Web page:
A Bay of Blood
Mario Bava’s been endlessly inspirational to the world of horror. A Bay of Blood specifically helped lay out the template for the slasher sub-genre, as well as inspired homage kills in many slashers for years to come, most famously Friday the 13th. Even if it didn’t get referenced so much – American Horror Story: Hotel did a great one most recently – this would still be such a damn fine example of slasher cinema. The whole thing’s got the whodunit aspect in spades, the premise itself is perfect. Best of all are the gory, brutal, and fiendish kills Bava visualises to dispatch the characters. On Blu-ray, this one’s horror heaven.
Alice Sweet Alice
While Alice Sweet Alice a.k.a Communion is an excellent slasher, it’s also an attack on Catholicism, evident in the religious imagery. So much to love about this weird, disturbing movie. Clearly influenced by Don’t Look Now, and the reveal is a terrifying moment that’s unforgettable. You’ve got a killer in a mask and yellow raincoat, a suspicious paedophile landlord who loves cats, and BLOOD! Perfect concoction for a creepy fall night as Halloween draws closer and closer.
The New York Ripper
This Lucio Fulci joint is pure trash. It’s sleazy and gory. The cinematography is impressive, a waste for a movie that’s got no real plot. Father Gore says this with all love for Mr. Fulci. The New York Ripper is nowhere near his finest hour. It’s all about the kills. Some say Fulci’s movie itself is misogynistic. I feel he was trying to make a movie about a misogynist murderer and, instead of making commentary on the misogyny of men, wound up half-assing things to the point it comes off as awful.
But I bet you’ve never heard someone do a Donald Duck impression while committing murder, have you? Now you’ve got Fulci to thank for the pleasure.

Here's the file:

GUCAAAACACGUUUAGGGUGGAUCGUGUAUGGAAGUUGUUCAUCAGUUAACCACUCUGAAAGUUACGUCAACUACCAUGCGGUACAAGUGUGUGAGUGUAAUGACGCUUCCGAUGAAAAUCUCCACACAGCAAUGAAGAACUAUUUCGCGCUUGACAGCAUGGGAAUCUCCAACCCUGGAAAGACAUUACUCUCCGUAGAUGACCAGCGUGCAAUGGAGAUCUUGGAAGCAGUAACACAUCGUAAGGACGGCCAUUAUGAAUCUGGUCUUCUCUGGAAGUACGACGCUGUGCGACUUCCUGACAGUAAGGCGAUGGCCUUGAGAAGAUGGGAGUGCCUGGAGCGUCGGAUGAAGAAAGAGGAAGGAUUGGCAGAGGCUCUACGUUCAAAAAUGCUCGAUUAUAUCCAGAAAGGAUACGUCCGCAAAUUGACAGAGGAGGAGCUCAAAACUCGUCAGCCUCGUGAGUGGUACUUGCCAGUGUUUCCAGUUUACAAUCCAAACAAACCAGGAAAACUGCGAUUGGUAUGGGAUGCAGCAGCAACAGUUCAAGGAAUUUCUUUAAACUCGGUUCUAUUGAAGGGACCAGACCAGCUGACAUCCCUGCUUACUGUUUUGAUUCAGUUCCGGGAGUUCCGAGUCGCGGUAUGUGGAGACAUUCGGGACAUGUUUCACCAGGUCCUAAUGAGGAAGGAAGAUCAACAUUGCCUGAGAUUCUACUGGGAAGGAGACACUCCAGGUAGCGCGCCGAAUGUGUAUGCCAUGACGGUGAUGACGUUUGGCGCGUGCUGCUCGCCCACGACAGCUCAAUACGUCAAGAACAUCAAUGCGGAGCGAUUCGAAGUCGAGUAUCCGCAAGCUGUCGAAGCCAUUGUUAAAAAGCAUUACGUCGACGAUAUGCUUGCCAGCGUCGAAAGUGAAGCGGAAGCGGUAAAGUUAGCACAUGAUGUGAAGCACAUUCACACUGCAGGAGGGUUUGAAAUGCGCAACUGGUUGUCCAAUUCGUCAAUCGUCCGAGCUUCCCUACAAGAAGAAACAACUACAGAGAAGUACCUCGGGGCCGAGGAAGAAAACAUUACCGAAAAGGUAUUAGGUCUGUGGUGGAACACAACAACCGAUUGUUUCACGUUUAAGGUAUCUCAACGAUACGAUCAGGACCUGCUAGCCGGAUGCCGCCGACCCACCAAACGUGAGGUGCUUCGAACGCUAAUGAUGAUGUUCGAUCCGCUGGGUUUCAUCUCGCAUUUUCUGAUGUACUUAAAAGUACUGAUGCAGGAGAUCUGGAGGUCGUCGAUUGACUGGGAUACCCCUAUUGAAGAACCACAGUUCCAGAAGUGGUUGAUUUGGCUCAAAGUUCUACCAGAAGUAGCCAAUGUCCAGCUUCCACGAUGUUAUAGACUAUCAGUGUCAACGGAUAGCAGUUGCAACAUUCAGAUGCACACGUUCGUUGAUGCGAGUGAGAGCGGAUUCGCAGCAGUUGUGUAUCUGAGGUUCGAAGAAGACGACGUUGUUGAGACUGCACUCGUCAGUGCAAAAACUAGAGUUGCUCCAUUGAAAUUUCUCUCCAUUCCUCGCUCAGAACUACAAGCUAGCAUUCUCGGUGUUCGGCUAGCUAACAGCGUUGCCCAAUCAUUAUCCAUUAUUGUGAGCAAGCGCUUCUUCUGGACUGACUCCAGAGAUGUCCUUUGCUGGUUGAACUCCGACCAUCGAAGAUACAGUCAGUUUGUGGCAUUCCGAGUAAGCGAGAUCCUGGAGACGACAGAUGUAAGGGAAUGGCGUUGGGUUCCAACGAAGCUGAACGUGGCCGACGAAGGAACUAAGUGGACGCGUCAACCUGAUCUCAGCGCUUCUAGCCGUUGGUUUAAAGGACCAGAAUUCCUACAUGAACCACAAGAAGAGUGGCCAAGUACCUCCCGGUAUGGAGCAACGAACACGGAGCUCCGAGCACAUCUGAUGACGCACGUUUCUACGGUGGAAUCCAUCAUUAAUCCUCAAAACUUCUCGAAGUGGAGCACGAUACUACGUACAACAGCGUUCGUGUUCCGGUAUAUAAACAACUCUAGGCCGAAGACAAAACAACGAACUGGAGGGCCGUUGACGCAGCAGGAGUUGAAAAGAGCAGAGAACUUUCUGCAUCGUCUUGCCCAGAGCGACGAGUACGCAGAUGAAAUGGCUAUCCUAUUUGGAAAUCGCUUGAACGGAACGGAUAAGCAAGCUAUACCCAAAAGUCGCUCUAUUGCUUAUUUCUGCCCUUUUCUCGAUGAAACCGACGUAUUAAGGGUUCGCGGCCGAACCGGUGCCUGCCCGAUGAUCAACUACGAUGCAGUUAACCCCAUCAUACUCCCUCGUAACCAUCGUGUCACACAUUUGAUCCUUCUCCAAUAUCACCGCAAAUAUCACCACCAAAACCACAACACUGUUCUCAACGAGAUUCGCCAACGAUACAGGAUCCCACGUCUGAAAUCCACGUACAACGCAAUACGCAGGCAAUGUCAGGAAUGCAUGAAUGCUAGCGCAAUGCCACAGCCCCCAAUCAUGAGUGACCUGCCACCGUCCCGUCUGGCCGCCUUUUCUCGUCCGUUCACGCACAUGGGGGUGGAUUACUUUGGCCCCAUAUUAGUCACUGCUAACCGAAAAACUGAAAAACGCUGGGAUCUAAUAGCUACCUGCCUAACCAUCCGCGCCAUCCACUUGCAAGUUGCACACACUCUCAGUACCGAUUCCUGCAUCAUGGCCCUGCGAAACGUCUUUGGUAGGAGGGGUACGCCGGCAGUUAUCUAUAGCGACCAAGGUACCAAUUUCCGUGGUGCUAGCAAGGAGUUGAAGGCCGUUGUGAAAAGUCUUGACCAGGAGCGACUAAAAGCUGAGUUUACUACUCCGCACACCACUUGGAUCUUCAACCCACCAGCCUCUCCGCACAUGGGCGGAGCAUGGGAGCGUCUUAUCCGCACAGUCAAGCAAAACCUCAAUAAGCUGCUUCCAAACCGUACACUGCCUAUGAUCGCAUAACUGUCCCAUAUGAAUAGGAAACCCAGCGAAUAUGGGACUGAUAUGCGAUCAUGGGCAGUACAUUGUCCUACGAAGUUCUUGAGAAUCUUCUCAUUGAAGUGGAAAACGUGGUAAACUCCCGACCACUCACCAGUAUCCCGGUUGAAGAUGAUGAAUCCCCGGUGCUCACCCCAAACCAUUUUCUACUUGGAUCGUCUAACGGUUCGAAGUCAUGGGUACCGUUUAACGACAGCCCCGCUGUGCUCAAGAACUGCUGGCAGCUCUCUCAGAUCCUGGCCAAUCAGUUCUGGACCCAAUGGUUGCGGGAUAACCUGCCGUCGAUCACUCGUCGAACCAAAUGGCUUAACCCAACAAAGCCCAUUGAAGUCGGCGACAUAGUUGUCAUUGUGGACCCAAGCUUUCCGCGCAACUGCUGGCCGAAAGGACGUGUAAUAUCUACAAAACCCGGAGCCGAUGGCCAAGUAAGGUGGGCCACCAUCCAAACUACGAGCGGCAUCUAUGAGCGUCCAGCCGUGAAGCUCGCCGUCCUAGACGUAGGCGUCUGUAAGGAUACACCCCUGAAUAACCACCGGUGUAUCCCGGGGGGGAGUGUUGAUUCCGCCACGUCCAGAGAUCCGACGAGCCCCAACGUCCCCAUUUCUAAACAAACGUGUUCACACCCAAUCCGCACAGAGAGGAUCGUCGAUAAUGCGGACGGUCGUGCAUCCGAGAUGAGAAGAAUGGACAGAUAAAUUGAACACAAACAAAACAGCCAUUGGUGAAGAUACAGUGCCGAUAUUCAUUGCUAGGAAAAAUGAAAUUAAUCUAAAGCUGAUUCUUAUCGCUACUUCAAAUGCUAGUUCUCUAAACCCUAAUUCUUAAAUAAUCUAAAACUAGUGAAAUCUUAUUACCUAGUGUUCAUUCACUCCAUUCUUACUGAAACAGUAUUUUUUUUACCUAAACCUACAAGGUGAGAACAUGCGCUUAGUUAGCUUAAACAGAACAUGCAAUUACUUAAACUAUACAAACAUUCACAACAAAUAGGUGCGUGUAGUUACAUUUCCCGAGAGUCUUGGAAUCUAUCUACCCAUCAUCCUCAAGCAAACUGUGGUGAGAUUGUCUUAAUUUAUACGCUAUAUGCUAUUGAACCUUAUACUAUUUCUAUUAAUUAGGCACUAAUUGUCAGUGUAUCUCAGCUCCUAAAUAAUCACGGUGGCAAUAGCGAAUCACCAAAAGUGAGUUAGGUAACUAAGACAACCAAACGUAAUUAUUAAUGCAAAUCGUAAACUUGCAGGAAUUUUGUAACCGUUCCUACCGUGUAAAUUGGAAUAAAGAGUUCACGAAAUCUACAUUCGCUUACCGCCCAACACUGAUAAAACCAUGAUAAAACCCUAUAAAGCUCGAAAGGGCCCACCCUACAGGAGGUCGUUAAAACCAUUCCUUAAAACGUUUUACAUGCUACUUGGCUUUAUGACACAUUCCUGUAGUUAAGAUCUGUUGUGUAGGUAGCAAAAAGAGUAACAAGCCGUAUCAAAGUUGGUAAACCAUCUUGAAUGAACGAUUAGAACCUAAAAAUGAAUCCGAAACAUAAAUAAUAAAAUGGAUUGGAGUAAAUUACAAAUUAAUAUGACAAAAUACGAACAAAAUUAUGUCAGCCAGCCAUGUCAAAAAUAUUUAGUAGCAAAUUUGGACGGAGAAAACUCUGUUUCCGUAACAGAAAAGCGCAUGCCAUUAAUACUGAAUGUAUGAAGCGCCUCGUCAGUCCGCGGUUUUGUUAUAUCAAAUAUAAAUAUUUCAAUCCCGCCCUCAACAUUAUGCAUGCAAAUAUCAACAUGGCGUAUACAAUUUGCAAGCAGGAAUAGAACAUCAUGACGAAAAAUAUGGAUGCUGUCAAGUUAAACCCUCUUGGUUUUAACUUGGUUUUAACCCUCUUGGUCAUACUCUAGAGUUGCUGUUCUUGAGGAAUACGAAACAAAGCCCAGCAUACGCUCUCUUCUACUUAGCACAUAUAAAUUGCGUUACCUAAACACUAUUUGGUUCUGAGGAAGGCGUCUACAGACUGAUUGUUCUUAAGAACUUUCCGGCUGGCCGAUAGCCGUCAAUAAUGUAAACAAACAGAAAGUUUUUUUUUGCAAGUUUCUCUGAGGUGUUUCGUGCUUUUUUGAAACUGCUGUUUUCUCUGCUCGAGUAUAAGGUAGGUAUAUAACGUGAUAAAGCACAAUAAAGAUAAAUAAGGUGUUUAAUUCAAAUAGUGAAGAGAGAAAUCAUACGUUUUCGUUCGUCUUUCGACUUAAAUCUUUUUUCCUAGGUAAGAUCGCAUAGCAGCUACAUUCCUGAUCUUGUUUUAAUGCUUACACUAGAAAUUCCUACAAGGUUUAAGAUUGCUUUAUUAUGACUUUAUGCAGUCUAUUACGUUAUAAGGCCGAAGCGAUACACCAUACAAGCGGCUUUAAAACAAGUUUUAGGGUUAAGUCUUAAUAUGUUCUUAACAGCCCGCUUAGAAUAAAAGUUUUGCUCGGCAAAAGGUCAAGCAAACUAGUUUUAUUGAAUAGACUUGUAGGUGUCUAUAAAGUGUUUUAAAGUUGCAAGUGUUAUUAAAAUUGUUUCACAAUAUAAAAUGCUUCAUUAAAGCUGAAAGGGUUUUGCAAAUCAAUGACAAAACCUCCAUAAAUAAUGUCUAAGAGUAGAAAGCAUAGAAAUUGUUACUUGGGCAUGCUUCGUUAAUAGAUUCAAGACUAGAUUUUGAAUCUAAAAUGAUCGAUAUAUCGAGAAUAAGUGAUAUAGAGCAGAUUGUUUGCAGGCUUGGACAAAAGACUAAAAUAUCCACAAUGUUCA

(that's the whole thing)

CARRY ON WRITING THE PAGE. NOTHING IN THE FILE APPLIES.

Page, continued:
Halloween 4: The Return of Michael Myers
As exciting as the new Halloween is, and mediocre as some other entries in the franchise are, there’s still good life in a few of the sequels. Who cares what anyone else says!
Halloween 4: The Return of Michael Myers embodies its title by bringing Michael back after the third movie, Season of the Witch, didn’t do well financially. We get an even more vicious Michael— one of the biggest reasons I enjoy the movie. One scene has him pushing a thumb through a victim’s forehead. This is where the superhuman qualities of Myers really took off, leading to crazy though fun madness in later Halloween movies. Awesome to see Michael less psychologically upsetting here and acting more akin to Jason Voorhees, annihilating victims to brutal extents.
Many fans pick Suspiria as their favourite Dario Argento movie. Father Gore personally loves Deep Red most. There’s the typical black-gloved killer terrorising people, plus David Hemmings and Daria Nicolodi. There’s an eerie doll, creepy music, and the camerawork’s utterly fantastic, typical of Argento’s best work. To say any more is to spoil, so if you’ve never taken in this Giallo flick, remedy that, and fast!